Tinkering with brands is anything but a straightforward or sure thing. Just ask the marketing wizards who conjured the name “New Coke,” then “Coca-Cola II” and, finally, “Coke Classic,” which finally boosted sales, though not before a few careers went down in flames.
In giving a title to the newly merged global automaker, the names Fiat and Chrysler were scrapped earlier this year in favor of the alphabetic FCA N.V., incorporated in the Netherlands. And now Chrysler is being dropped from title of FCA’s U.S. operations as well, replaced by FCA U.S. LLC (FCA). Consistency between corporate parent and subsidiary was the reason given.
Truth be told, another corporation bearing the Chrysler name would have been too closely reminiscent of past financial disasters and near-disasters. The original Chrysler Corporation nearly failed in the early 1980s, was bought by Daimler AG in a bogus “merger of equals” in 1998, swooned into the arms of a private-equity fund, and finally filed for bankruptcy in 2009. The automaker’s carcass was claimed by Fiat from the U.S. Treasury for the princely sum of zero.
Today’s vehicles that carry the Chrysler nameplate, especially the latest version of the 300 large sedan, represent a different and more upbeat story, with potential to lay the foundation for a stronger, more reputable brand. The latest 300 sedan, a freshened edition of the 2011 second generation, features a restyled front and rear, as well as a new interior and an advanced eight-speed transmission.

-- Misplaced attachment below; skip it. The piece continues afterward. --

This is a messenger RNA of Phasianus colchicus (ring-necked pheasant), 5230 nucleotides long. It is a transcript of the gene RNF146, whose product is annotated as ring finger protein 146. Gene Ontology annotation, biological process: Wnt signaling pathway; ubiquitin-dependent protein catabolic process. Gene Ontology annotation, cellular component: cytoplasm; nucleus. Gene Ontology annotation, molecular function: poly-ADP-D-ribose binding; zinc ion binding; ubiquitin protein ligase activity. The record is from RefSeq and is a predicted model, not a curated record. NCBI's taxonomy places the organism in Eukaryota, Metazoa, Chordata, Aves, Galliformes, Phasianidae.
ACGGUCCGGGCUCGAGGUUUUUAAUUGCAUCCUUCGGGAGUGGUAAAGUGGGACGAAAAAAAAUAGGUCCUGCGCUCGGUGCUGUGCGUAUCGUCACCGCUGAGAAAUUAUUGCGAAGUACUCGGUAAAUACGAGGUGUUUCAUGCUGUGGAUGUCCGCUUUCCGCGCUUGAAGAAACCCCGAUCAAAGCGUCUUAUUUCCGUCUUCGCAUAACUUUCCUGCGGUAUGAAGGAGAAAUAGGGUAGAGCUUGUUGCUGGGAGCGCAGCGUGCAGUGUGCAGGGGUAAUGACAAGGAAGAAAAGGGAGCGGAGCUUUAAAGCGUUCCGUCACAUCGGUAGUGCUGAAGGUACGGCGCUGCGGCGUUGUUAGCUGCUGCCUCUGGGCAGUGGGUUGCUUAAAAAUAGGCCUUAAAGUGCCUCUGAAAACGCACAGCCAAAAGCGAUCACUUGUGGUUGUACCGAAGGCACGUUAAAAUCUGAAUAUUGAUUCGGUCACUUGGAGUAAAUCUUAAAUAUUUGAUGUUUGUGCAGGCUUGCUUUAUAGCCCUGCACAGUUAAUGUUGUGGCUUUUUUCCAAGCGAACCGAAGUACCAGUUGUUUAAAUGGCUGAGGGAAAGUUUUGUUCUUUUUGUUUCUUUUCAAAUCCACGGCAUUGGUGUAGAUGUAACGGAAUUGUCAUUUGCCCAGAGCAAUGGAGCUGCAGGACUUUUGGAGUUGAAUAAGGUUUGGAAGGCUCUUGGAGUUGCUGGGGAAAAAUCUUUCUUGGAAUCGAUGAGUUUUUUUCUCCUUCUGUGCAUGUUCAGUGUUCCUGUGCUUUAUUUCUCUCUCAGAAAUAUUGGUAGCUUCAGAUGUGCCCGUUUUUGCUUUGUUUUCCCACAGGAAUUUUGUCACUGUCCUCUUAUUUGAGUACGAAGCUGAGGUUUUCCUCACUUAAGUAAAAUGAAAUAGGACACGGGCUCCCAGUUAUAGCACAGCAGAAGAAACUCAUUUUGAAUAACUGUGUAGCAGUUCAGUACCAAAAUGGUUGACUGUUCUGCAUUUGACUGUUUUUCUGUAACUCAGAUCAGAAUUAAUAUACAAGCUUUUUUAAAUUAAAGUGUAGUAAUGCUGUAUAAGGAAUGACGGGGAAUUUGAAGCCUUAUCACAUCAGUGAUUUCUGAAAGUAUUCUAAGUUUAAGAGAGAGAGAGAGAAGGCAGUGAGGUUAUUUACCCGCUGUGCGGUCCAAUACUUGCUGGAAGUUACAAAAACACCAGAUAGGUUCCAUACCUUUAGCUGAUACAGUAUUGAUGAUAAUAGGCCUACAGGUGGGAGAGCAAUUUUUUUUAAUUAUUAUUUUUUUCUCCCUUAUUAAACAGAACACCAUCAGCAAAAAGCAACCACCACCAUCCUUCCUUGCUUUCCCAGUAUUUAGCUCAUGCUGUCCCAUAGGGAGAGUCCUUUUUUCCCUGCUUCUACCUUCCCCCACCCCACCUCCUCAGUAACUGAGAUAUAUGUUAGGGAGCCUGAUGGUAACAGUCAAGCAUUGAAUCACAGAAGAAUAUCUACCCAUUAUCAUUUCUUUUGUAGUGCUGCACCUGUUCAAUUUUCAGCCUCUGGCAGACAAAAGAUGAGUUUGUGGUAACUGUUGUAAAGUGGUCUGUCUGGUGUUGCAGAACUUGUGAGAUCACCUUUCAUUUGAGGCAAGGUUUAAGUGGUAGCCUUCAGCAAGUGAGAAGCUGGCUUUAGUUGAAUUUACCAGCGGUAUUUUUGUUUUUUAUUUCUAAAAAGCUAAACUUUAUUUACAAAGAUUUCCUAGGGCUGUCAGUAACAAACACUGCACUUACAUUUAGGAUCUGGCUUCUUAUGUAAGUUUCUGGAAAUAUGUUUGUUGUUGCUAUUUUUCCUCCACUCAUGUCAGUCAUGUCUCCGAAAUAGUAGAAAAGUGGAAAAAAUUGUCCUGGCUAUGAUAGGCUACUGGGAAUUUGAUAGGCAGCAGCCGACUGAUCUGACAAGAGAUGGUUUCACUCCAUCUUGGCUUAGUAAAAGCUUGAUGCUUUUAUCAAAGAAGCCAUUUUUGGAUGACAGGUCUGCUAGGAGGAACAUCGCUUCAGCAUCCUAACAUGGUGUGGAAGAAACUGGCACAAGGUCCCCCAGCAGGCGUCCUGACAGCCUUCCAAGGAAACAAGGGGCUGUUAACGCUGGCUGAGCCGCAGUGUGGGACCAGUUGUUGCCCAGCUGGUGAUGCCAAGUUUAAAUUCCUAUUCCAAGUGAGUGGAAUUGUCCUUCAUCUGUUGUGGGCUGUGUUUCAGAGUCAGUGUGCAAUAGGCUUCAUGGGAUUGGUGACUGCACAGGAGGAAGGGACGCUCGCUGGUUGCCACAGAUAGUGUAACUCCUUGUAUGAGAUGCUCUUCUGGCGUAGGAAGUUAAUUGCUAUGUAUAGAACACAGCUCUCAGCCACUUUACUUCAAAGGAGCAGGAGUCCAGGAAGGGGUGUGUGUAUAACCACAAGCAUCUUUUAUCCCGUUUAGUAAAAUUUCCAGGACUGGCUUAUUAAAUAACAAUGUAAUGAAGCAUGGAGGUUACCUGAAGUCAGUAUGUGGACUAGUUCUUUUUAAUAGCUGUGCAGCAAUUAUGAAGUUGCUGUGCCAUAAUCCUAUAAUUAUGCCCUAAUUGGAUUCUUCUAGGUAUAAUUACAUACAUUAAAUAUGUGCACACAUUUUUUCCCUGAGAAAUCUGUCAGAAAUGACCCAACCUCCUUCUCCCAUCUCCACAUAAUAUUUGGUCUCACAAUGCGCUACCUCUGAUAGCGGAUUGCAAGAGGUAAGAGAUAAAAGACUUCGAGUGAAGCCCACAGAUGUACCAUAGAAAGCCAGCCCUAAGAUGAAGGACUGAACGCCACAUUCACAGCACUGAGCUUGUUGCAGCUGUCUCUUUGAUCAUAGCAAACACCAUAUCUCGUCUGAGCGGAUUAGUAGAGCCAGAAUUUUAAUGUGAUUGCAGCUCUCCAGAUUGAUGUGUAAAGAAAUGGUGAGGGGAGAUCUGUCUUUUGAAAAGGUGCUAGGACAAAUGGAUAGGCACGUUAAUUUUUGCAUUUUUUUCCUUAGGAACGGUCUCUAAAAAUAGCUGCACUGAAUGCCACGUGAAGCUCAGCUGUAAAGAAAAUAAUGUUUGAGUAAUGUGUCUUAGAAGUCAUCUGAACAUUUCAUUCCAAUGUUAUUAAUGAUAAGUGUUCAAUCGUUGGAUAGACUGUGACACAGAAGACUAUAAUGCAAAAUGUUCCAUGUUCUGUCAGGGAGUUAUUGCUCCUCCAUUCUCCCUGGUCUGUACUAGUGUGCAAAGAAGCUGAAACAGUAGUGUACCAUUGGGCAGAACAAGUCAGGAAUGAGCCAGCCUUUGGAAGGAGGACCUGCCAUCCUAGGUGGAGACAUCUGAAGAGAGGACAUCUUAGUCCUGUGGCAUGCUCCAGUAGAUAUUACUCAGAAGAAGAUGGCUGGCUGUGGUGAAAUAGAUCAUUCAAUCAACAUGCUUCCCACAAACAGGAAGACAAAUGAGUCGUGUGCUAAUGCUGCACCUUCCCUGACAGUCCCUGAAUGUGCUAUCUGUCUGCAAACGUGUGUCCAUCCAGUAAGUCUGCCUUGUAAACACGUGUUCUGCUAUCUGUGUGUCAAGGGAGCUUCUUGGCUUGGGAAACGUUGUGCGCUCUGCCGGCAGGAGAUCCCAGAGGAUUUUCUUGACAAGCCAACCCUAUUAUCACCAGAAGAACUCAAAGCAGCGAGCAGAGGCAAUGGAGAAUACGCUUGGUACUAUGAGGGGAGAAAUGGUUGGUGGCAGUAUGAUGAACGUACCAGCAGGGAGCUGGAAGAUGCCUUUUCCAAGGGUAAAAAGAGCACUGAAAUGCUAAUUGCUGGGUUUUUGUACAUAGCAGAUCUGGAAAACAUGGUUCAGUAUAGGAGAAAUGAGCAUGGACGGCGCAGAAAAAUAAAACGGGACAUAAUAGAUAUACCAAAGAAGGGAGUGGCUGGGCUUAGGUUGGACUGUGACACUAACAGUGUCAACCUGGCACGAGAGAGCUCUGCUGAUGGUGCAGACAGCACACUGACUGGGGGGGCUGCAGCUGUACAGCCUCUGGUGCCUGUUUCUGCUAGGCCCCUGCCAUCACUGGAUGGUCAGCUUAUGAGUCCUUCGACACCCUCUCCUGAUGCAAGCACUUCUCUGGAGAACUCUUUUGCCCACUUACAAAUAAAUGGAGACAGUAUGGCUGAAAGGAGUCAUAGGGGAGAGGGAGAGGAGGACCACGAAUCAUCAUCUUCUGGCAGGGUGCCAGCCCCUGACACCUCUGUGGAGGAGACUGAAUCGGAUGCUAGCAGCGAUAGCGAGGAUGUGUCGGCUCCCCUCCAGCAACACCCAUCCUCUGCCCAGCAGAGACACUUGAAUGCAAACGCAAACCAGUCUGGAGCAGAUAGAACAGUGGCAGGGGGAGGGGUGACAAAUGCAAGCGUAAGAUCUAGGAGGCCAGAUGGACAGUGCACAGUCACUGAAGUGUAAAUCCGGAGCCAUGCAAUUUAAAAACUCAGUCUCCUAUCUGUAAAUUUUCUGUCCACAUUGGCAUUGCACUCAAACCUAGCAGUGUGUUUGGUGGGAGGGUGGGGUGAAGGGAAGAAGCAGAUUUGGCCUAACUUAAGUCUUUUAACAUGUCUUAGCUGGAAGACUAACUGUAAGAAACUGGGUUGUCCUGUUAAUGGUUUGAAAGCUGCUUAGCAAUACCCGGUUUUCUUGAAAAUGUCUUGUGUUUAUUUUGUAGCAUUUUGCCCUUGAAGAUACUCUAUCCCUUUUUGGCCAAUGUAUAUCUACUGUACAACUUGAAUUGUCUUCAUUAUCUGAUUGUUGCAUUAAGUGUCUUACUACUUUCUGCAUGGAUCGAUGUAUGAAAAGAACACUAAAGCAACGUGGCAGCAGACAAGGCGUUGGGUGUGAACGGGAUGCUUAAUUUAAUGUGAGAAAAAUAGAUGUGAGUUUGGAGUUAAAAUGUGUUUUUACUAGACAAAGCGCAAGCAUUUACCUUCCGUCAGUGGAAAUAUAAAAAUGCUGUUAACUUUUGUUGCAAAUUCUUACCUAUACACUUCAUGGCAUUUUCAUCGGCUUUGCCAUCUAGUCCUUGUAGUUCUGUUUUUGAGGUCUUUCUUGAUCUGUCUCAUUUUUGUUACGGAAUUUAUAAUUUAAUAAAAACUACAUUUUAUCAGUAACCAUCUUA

Chrysler’s 300 rear-wheel-drive car is an incrementally better sedan than the current edition, which has been highly regarded by reviewers. It’s the latest salvo in FCA’s four-year campaign to more than double Chrysler annual sales to 800,000 from the current level of about 350,000. According to a plan outlined by Sergio Marchionne, FCA’s chief executive last May, the lineup of three models – 300, 200 and minivan – will expand to six models by 2018 with the addition of a compact car, a midsize crossover and a full-size crossover.
“We are making Chrysler into a mainstream brand,” said Al Gardner, chief executive of Chrysler. “The other domestics have walked away from being an American brand. We are American and can go head to head with the best. We’re ready to take on the world.”
Auto enthusiasts of a certain age will remember that Chrysler wrapped itself in a flag and played the America card in the 1980s and 1990s, though with vehicles that arguably weren’t as well regarded as those the company is manufacturing today. Sales of the new Chrysler 200 midsize are “strong,” Gardner said, noting that they topped those of Chevrolet Malibu (GM) last month.
Marchionne has set a goal for global sales of at seven million units annually of all FCA brands (including Fiat, Ram, Dodge and Jeep), compared with an annual run rate of about 3.5 million currently – which is why Chrysler and FCA’s other brands must step up their game.
Marchionne has already has accomplished far more than U.S. Treasury officials believed possible when Fiat scooped up Chrysler in 2009. The direction of the Chrysler brand suggests that if a few more cards fall his way, FCA could prove naysayers wrong and force its way into the front rank of global automakers.